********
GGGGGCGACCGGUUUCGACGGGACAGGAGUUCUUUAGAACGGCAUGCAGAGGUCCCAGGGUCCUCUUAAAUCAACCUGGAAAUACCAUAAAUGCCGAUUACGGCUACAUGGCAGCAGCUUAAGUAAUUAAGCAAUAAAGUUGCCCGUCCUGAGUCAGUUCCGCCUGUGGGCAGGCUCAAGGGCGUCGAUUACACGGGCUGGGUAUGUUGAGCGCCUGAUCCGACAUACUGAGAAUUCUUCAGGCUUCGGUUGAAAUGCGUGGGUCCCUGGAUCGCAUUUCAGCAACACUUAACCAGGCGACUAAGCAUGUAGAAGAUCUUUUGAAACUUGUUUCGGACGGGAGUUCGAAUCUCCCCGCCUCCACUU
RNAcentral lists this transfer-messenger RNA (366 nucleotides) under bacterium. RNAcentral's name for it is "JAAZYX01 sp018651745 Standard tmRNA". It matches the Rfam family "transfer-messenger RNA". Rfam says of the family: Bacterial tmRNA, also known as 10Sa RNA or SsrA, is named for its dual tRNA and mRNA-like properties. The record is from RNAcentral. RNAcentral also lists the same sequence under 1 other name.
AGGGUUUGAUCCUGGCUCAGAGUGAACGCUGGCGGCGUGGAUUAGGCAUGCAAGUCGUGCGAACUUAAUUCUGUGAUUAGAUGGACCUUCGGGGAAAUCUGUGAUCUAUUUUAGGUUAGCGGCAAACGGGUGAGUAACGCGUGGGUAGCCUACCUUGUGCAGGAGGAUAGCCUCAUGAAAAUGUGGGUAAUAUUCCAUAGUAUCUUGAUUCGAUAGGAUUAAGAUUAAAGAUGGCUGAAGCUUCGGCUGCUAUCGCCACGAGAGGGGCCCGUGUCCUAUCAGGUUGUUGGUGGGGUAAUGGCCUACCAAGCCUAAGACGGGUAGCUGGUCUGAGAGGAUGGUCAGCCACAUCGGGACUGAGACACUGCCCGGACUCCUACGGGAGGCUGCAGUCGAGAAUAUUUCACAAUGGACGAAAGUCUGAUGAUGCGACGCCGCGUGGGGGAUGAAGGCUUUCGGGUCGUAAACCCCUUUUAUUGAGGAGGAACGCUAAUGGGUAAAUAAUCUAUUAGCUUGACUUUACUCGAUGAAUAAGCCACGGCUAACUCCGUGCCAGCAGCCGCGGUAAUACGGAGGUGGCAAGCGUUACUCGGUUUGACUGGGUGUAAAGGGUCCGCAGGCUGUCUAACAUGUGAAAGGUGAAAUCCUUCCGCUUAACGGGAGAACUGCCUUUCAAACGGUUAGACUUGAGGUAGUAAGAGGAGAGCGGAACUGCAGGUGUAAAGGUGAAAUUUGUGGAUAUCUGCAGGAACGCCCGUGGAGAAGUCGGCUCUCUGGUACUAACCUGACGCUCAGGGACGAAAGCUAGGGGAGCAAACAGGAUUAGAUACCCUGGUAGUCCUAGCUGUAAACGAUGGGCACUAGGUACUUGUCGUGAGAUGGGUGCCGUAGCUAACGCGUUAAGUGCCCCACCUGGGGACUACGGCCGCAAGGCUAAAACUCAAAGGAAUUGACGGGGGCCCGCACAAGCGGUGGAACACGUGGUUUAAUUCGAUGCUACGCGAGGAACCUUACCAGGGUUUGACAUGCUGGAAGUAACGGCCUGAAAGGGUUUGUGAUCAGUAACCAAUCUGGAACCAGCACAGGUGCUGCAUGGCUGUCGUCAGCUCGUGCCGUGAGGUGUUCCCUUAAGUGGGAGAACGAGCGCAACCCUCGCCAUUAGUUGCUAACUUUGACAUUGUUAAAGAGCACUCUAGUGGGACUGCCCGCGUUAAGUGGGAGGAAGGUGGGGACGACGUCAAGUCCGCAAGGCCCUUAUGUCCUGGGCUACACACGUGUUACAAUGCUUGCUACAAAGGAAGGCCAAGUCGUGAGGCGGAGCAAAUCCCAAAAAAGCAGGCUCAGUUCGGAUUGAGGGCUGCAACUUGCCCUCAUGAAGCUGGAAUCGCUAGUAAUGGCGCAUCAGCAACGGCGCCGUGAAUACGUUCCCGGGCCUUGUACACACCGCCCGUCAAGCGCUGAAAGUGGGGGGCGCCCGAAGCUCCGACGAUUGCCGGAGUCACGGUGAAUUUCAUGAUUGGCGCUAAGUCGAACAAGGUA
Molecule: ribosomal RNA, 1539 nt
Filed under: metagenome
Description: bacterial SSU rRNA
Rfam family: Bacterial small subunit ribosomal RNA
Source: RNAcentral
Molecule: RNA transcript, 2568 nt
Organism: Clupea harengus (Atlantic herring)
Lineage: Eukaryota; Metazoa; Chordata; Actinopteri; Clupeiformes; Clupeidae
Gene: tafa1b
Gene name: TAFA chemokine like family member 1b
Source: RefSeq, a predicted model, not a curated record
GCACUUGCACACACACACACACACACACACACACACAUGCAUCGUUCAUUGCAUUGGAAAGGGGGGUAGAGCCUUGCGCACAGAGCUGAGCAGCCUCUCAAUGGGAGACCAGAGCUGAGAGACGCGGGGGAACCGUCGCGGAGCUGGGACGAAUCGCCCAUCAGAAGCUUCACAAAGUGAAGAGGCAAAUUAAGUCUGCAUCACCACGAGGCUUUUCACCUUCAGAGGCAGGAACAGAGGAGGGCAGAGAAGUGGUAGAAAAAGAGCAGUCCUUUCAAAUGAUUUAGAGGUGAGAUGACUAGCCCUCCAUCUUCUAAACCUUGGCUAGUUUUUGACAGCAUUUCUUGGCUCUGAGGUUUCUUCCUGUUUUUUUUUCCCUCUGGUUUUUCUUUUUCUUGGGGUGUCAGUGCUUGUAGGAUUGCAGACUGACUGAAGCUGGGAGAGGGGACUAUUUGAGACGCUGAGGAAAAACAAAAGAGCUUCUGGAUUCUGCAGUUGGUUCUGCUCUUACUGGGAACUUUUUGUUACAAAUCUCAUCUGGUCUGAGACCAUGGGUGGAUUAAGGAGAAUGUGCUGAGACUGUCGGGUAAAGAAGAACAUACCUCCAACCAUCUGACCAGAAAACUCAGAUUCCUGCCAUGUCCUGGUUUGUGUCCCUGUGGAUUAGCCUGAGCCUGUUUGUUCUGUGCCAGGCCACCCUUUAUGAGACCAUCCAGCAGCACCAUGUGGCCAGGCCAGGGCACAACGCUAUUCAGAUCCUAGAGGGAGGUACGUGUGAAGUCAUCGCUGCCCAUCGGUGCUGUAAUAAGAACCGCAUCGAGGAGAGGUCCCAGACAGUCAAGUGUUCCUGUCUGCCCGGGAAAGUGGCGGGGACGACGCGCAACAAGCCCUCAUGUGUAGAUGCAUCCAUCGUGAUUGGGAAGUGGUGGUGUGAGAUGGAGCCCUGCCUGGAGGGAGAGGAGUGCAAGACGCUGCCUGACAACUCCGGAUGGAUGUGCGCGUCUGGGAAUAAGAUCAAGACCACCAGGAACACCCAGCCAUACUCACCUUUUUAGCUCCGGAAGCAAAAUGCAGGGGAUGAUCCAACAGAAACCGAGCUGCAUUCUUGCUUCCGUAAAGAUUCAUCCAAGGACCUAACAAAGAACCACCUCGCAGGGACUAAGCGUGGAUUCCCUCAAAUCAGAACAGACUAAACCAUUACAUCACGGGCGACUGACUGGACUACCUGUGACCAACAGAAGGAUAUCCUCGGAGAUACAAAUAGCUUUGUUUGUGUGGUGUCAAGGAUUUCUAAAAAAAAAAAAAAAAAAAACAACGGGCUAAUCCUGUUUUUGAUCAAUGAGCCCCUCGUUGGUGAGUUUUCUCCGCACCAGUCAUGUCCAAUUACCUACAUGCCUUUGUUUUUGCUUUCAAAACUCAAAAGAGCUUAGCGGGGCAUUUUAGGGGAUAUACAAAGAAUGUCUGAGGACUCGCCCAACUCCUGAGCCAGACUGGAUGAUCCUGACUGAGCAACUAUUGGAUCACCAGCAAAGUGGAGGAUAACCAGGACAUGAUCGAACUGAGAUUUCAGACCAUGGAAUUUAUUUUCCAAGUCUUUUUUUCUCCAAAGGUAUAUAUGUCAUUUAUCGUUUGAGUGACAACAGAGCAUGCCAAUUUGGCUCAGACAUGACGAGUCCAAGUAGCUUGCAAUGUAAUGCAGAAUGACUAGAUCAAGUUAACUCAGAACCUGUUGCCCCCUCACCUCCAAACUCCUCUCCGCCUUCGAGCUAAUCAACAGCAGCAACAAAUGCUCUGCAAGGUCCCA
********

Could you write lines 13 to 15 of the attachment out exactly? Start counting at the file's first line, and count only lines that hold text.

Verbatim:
Gene name: TAFA chemokine like family member 1b
Source: RefSeq, a predicted model, not a curated record
GCACUUGCACACACACACACACACACACACACACACAUGCAUCGUUCAUUGCAUUGGAAAGGGGGGUAGAGCCUUGCGCACAGAGCUGAGCAGCCUCUCAAUGGGAGACCAGAGCUGAGAGACGCGGGGGAACCGUCGCGGAGCUGGGACGAAUCGCCCAUCAGAAGCUUCACAAAGUGAAGAGGCAAAUUAAGUCUGCAUCACCACGAGGCUUUUCACCUUCAGAGGCAGGAACAGAGGAGGGCAGAGAAGUGGUAGAAAAAGAGCAGUCCUUUCAAAUGAUUUAGAGGUGAGAUGACUAGCCCUCCAUCUUCUAAACCUUGGCUAGUUUUUGACAGCAUUUCUUGGCUCUGAGGUUUCUUCCUGUUUUUUUUUCCCUCUGGUUUUUCUUUUUCUUGGGGUGUCAGUGCUUGUAGGAUUGCAGACUGACUGAAGCUGGGAGAGGGGACUAUUUGAGACGCUGAGGAAAAACAAAAGAGCUUCUGGAUUCUGCAGUUGGUUCUGCUCUUACUGGGAACUUUUUGUUACAAAUCUCAUCUGGUCUGAGACCAUGGGUGGAUUAAGGAGAAUGUGCUGAGACUGUCGGGUAAAGAAGAACAUACCUCCAACCAUCUGACCAGAAAACUCAGAUUCCUGCCAUGUCCUGGUUUGUGUCCCUGUGGAUUAGCCUGAGCCUGUUUGUUCUGUGCCAGGCCACCCUUUAUGAGACCAUCCAGCAGCACCAUGUGGCCAGGCCAGGGCACAACGCUAUUCAGAUCCUAGAGGGAGGUACGUGUGAAGUCAUCGCUGCCCAUCGGUGCUGUAAUAAGAACCGCAUCGAGGAGAGGUCCCAGACAGUCAAGUGUUCCUGUCUGCCCGGGAAAGUGGCGGGGACGACGCGCAACAAGCCCUCAUGUGUAGAUGCAUCCAUCGUGAUUGGGAAGUGGUGGUGUGAGAUGGAGCCCUGCCUGGAGGGAGAGGAGUGCAAGACGCUGCCUGACAACUCCGGAUGGAUGUGCGCGUCUGGGAAUAAGAUCAAGACCACCAGGAACACCCAGCCAUACUCACCUUUUUAGCUCCGGAAGCAAAAUGCAGGGGAUGAUCCAACAGAAACCGAGCUGCAUUCUUGCUUCCGUAAAGAUUCAUCCAAGGACCUAACAAAGAACCACCUCGCAGGGACUAAGCGUGGAUUCCCUCAAAUCAGAACAGACUAAACCAUUACAUCACGGGCGACUGACUGGACUACCUGUGACCAACAGAAGGAUAUCCUCGGAGAUACAAAUAGCUUUGUUUGUGUGGUGUCAAGGAUUUCUAAAAAAAAAAAAAAAAAAAACAACGGGCUAAUCCUGUUUUUGAUCAAUGAGCCCCUCGUUGGUGAGUUUUCUCCGCACCAGUCAUGUCCAAUUACCUACAUGCCUUUGUUUUUGCUUUCAAAACUCAAAAGAGCUUAGCGGGGCAUUUUAGGGGAUAUACAAAGAAUGUCUGAGGACUCGCCCAACUCCUGAGCCAGACUGGAUGAUCCUGACUGAGCAACUAUUGGAUCACCAGCAAAGUGGAGGAUAACCAGGACAUGAUCGAACUGAGAUUUCAGACCAUGGAAUUUAUUUUCCAAGUCUUUUUUUCUCCAAAGGUAUAUAUGUCAUUUAUCGUUUGAGUGACAACAGAGCAUGCCAAUUUGGCUCAGACAUGACGAGUCCAAGUAGCUUGCAAUGUAAUGCAGAAUGACUAGAUCAAGUUAACUCAGAACCUGUUGCCCCCUCACCUCCAAACUCCUCUCCGCCUUCGAGCUAAUCAACAGCAGCAACAAAUGCUCUGCAAGGUCCCA